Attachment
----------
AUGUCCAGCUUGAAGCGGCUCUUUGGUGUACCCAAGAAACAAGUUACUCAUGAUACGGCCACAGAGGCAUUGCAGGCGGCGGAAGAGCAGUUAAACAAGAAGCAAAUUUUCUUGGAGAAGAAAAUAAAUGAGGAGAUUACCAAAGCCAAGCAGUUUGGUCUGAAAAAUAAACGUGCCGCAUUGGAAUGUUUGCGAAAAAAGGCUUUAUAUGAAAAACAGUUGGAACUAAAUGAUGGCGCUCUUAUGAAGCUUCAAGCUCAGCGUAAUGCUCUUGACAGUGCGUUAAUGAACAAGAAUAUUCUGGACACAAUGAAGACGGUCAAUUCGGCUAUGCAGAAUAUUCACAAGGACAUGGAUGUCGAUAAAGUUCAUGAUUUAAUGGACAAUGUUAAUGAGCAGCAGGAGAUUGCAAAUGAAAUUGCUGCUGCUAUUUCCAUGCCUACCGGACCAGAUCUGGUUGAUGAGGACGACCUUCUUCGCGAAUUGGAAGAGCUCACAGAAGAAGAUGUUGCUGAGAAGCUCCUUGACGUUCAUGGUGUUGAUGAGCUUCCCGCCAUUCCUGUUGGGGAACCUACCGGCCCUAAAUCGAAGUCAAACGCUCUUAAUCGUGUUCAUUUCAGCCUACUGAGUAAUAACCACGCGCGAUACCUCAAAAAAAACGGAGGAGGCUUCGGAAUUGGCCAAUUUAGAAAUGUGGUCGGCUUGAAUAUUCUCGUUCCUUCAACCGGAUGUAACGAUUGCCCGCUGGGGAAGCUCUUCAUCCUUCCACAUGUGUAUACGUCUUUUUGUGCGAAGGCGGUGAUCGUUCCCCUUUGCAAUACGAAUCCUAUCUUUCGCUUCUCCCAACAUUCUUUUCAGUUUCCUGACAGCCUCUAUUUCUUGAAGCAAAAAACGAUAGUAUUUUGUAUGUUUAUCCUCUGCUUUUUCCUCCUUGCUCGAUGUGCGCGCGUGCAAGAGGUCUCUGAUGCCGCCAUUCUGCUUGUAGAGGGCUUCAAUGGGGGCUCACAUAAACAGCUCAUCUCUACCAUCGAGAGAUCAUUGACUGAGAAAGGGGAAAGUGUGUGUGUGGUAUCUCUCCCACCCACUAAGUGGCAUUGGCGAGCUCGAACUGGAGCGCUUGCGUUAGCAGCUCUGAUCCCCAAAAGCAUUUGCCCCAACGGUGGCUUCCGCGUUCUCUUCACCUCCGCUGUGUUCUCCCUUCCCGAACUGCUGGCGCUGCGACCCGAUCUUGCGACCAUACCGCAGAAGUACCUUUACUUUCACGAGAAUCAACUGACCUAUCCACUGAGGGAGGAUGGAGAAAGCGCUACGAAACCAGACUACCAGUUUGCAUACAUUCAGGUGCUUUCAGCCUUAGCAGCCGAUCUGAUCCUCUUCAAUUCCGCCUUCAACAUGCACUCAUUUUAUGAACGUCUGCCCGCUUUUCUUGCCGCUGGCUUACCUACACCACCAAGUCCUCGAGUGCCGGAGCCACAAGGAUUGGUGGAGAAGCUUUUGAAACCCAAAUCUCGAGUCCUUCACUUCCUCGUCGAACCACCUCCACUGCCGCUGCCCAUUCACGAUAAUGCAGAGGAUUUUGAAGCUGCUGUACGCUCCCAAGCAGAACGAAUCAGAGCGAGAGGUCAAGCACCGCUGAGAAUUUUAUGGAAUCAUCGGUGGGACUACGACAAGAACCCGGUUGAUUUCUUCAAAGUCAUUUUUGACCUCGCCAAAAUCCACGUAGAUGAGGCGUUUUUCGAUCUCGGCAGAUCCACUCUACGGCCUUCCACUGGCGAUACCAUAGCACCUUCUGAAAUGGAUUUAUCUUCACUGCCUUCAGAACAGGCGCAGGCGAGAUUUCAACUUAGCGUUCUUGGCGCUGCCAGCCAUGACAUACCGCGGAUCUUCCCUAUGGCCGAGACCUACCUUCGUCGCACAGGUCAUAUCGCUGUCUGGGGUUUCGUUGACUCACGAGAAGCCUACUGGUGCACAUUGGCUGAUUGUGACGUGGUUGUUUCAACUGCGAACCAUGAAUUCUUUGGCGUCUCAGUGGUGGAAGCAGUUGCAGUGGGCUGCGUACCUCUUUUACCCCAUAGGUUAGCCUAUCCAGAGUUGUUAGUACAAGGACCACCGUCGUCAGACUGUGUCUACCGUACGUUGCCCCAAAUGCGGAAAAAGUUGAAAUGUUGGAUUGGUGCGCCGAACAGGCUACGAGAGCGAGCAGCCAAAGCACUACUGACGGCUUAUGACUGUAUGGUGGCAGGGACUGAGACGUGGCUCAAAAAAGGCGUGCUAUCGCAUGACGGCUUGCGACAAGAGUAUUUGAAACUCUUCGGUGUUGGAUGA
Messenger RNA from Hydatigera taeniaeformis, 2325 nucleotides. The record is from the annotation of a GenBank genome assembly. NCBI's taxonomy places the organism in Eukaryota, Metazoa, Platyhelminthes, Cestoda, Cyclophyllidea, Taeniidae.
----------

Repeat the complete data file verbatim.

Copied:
AUGUCCAGCUUGAAGCGGCUCUUUGGUGUACCCAAGAAACAAGUUACUCAUGAUACGGCCACAGAGGCAUUGCAGGCGGCGGAAGAGCAGUUAAACAAGAAGCAAAUUUUCUUGGAGAAGAAAAUAAAUGAGGAGAUUACCAAAGCCAAGCAGUUUGGUCUGAAAAAUAAACGUGCCGCAUUGGAAUGUUUGCGAAAAAAGGCUUUAUAUGAAAAACAGUUGGAACUAAAUGAUGGCGCUCUUAUGAAGCUUCAAGCUCAGCGUAAUGCUCUUGACAGUGCGUUAAUGAACAAGAAUAUUCUGGACACAAUGAAGACGGUCAAUUCGGCUAUGCAGAAUAUUCACAAGGACAUGGAUGUCGAUAAAGUUCAUGAUUUAAUGGACAAUGUUAAUGAGCAGCAGGAGAUUGCAAAUGAAAUUGCUGCUGCUAUUUCCAUGCCUACCGGACCAGAUCUGGUUGAUGAGGACGACCUUCUUCGCGAAUUGGAAGAGCUCACAGAAGAAGAUGUUGCUGAGAAGCUCCUUGACGUUCAUGGUGUUGAUGAGCUUCCCGCCAUUCCUGUUGGGGAACCUACCGGCCCUAAAUCGAAGUCAAACGCUCUUAAUCGUGUUCAUUUCAGCCUACUGAGUAAUAACCACGCGCGAUACCUCAAAAAAAACGGAGGAGGCUUCGGAAUUGGCCAAUUUAGAAAUGUGGUCGGCUUGAAUAUUCUCGUUCCUUCAACCGGAUGUAACGAUUGCCCGCUGGGGAAGCUCUUCAUCCUUCCACAUGUGUAUACGUCUUUUUGUGCGAAGGCGGUGAUCGUUCCCCUUUGCAAUACGAAUCCUAUCUUUCGCUUCUCCCAACAUUCUUUUCAGUUUCCUGACAGCCUCUAUUUCUUGAAGCAAAAAACGAUAGUAUUUUGUAUGUUUAUCCUCUGCUUUUUCCUCCUUGCUCGAUGUGCGCGCGUGCAAGAGGUCUCUGAUGCCGCCAUUCUGCUUGUAGAGGGCUUCAAUGGGGGCUCACAUAAACAGCUCAUCUCUACCAUCGAGAGAUCAUUGACUGAGAAAGGGGAAAGUGUGUGUGUGGUAUCUCUCCCACCCACUAAGUGGCAUUGGCGAGCUCGAACUGGAGCGCUUGCGUUAGCAGCUCUGAUCCCCAAAAGCAUUUGCCCCAACGGUGGCUUCCGCGUUCUCUUCACCUCCGCUGUGUUCUCCCUUCCCGAACUGCUGGCGCUGCGACCCGAUCUUGCGACCAUACCGCAGAAGUACCUUUACUUUCACGAGAAUCAACUGACCUAUCCACUGAGGGAGGAUGGAGAAAGCGCUACGAAACCAGACUACCAGUUUGCAUACAUUCAGGUGCUUUCAGCCUUAGCAGCCGAUCUGAUCCUCUUCAAUUCCGCCUUCAACAUGCACUCAUUUUAUGAACGUCUGCCCGCUUUUCUUGCCGCUGGCUUACCUACACCACCAAGUCCUCGAGUGCCGGAGCCACAAGGAUUGGUGGAGAAGCUUUUGAAACCCAAAUCUCGAGUCCUUCACUUCCUCGUCGAACCACCUCCACUGCCGCUGCCCAUUCACGAUAAUGCAGAGGAUUUUGAAGCUGCUGUACGCUCCCAAGCAGAACGAAUCAGAGCGAGAGGUCAAGCACCGCUGAGAAUUUUAUGGAAUCAUCGGUGGGACUACGACAAGAACCCGGUUGAUUUCUUCAAAGUCAUUUUUGACCUCGCCAAAAUCCACGUAGAUGAGGCGUUUUUCGAUCUCGGCAGAUCCACUCUACGGCCUUCCACUGGCGAUACCAUAGCACCUUCUGAAAUGGAUUUAUCUUCACUGCCUUCAGAACAGGCGCAGGCGAGAUUUCAACUUAGCGUUCUUGGCGCUGCCAGCCAUGACAUACCGCGGAUCUUCCCUAUGGCCGAGACCUACCUUCGUCGCACAGGUCAUAUCGCUGUCUGGGGUUUCGUUGACUCACGAGAAGCCUACUGGUGCACAUUGGCUGAUUGUGACGUGGUUGUUUCAACUGCGAACCAUGAAUUCUUUGGCGUCUCAGUGGUGGAAGCAGUUGCAGUGGGCUGCGUACCUCUUUUACCCCAUAGGUUAGCCUAUCCAGAGUUGUUAGUACAAGGACCACCGUCGUCAGACUGUGUCUACCGUACGUUGCCCCAAAUGCGGAAAAAGUUGAAAUGUUGGAUUGGUGCGCCGAACAGGCUACGAGAGCGAGCAGCCAAAGCACUACUGACGGCUUAUGACUGUAUGGUGGCAGGGACUGAGACGUGGCUCAAAAAAGGCGUGCUAUCGCAUGACGGCUUGCGACAAGAGUAUUUGAAACUCUUCGGUGUUGGAUGA
Messenger RNA from Hydatigera taeniaeformis, 2325 nucleotides. The record is from the annotation of a GenBank genome assembly. NCBI's taxonomy places the organism in Eukaryota, Metazoa, Platyhelminthes, Cestoda, Cyclophyllidea, Taeniidae.